Body ShotBy: Kelly Jamieson
“We need to have more fun.”
Hayden peered at her friend Carrie through bleary, work-tired eyes. Sun flooded in the big windows of the restaurant on Miramar Road in San Diego where they’d met for lunch, gleaming off stainless steel tables and chairs and dark wood floors, another gorgeous day in Southern California. “I have lots of fun.”
“Phht.” Carrie eyed her. “You really look like it.”
Hayden smoothed her ponytail back. “The last couple of weeks have been a little stressful.”
“I know. But you work way too much.”
“My work is fun.”
Carrie snorted. “You spend half your life in a lab looking through a microscope and the other half in your office.” Her face softened. “I know you love your work, Hayden, and you’re amazing at what you do, but seriously, I’m worried about you.”
“Ha. I knew this was really about me.” Hayden sighed and rubbed her eyes. “You sound just like Aunt Gina and Uncle Colin. They keep telling me I need to get out more. Before Aunt Gina had her fall, they were trying to fix me up with some guy—a friend’s son or grandson, or something.”
“Do it! You do need to get out more.”
“I’m not going on a date with a man I don’t even know.” Hayden shuddered. “Can you imagine anything more excruciating? Trying to make small talk and be on your best behavior to impress someone?”
“That’s what a date is, yes,” Carrie said dryly. “I can imagine because I’ve done it occasionally.”
Hayden grinned. “You go out all the time. Which proves my point—when you said we need to have more fun, you meant I need to have more fun.”
“Okay, true.” Carrie shrugged. “Look, I know you better than anyone, and I like my quiet alone time too. But it’s not healthy for anyone to work so much.”
“You work a lot too. And when you’re not working, you’re out taking pictures.”
“That’s my passion, like you have yours. I have to be ‘on’ all the time when I’m in front of the camera, and it’s exhausting. So taking pictures is my relaxation. I just think you need some time away from the lab, some time just for yourself, to have fun.”
“I’m too tired to argue with you.” Yes, fourteen-hour days, seven days a week were taking their toll. She’d been working so hard on the proposal for this large funding grant that would finance the important research they did. It was a lengthy process she’d been toiling on for some time. The granting agency wanted information not only about her background but also about the background of her research team, their facilities, the equipment they needed, the time involved, and the overall potential of their scientific outcome. Plus, she’d been looking after her aunt and uncle. “But I’m not going out on dates.” She was serious, introverted, passionate about science and health and her business, and most men in her experience weren’t interested in proteomics, metabolomics, and signaling pathways.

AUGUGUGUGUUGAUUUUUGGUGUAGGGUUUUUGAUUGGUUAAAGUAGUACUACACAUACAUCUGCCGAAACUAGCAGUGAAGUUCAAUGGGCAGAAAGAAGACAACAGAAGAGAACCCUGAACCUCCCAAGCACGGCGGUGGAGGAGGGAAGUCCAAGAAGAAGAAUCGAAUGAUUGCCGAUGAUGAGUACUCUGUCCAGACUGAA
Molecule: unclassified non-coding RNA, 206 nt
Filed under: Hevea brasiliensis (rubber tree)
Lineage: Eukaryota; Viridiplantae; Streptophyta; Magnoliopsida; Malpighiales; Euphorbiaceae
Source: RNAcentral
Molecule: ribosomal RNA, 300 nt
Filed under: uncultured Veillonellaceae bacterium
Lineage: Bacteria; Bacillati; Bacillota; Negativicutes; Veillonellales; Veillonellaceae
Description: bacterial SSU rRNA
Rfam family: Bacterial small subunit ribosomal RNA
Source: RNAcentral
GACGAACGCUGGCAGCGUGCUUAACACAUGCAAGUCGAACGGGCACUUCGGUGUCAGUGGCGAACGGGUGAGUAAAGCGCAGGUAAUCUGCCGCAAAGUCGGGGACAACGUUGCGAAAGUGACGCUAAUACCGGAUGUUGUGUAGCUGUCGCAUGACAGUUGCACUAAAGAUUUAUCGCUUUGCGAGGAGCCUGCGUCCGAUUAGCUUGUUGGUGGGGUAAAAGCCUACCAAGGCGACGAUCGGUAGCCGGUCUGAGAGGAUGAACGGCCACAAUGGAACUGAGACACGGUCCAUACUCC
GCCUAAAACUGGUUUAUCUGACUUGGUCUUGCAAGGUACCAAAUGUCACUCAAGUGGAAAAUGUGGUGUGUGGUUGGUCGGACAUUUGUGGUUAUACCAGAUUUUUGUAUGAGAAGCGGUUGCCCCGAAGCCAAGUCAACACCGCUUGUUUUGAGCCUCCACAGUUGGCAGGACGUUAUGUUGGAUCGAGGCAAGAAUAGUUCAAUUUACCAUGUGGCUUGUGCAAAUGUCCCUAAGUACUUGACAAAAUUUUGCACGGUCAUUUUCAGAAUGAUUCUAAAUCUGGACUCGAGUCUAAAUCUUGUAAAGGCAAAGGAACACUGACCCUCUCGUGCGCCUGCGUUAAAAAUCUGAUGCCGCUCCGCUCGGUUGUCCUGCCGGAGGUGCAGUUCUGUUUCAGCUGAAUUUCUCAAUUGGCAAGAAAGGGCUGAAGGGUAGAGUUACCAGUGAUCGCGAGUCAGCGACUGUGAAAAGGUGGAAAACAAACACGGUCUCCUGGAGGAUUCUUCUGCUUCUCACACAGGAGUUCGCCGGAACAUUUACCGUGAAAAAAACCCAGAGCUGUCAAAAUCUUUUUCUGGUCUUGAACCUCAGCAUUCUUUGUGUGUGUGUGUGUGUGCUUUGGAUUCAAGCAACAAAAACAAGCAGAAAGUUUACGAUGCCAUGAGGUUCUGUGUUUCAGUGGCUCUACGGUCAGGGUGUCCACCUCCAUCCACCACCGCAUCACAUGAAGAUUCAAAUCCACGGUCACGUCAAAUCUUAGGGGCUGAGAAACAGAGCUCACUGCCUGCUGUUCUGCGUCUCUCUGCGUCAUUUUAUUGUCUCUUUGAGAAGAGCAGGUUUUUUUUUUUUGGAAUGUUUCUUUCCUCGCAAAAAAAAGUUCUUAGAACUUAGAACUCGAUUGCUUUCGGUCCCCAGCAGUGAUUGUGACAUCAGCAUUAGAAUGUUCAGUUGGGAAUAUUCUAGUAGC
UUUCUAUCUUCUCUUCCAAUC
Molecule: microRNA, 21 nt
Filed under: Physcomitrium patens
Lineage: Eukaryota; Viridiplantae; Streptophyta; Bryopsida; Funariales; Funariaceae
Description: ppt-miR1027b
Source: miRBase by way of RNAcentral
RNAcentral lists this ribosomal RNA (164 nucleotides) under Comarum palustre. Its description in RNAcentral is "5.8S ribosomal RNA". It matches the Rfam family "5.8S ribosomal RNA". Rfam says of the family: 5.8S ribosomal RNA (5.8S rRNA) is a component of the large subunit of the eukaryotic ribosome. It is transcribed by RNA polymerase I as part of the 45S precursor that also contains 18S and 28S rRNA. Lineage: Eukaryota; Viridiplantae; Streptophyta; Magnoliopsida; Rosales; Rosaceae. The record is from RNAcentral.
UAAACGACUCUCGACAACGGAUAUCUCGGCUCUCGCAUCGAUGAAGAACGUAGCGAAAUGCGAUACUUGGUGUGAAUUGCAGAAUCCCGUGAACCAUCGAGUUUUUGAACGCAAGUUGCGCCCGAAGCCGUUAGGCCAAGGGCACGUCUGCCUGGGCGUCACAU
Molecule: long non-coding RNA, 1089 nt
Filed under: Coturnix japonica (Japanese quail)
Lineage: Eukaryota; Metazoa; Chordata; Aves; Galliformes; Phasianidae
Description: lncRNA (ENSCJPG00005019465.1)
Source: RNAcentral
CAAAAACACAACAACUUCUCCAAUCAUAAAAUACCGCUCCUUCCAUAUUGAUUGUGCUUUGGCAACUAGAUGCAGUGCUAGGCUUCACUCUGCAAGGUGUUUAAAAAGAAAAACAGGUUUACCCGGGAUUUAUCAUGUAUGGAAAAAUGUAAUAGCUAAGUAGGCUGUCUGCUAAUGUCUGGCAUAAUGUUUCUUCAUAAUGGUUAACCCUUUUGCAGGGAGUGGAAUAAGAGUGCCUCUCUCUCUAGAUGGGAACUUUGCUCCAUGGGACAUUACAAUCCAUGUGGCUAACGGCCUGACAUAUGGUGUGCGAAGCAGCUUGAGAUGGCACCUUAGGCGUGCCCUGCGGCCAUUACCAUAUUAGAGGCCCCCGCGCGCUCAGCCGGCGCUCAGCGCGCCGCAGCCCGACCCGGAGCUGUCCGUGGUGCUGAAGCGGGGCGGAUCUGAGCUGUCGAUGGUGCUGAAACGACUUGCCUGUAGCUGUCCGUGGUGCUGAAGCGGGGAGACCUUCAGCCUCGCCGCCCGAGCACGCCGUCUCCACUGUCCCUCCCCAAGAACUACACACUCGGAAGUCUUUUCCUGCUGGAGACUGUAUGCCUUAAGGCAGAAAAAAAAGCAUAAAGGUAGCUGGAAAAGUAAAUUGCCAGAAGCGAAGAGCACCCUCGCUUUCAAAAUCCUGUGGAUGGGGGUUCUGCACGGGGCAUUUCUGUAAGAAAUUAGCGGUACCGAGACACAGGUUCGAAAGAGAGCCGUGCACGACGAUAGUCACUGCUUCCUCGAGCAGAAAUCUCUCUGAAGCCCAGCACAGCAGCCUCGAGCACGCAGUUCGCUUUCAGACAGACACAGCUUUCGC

“Fine, then at least come out with me a little more often. We can go out just the two of us and have some fun. Honestly, Hayden…I miss you.”
Carrie batted her big gray-blue eyes at Hayden and smiled wistfully.
“You’re good.” Hayden pursed her lips. “Although I know how well you can act, you’re tugging at my heartstrings.”
“At least you admit you have a heart.”
“Of course I have a heart.” Hayden frowned. There weren’t many people she let herself care about in her life, but Carrie was definitely one of them. She loved her aunt and uncle, who had looked after her when her parents died, and she cared about the people who worked for her—in a businesslike, practical kind of way—but she did love Carrie.
They’d been best friends since middle school, the two misfits in their grade—Hayden, with her nose always buried in a book or busy trying to clone a cat, Carrie taller than everyone including the boys, skinny and gangly with heavy-duty braces on her teeth. They’d both been objects of ridicule and rejection—awkward, definitely not into sports, and smarter than most of their classmates. Neither of them had been interested in boys (actually, it would be more truthful to say they wouldn’t admit to being interested in boys, which made the boys’ utter lack of interest in them less humiliating), parties, gel manicures, the latest fashions, or complicated hairstyles. They’d bonded over thrift store clothes, Harry Potter, and volunteering at an animal shelter.
Ironically, Carrie had been spotted by a scout for the Swank Modeling agency at age sixteen and now pretty much had to be interested in manicures and hairstyles and the latest fashions. Even so, when she wasn’t working, she dressed in her own eclectic style and seldom wore makeup.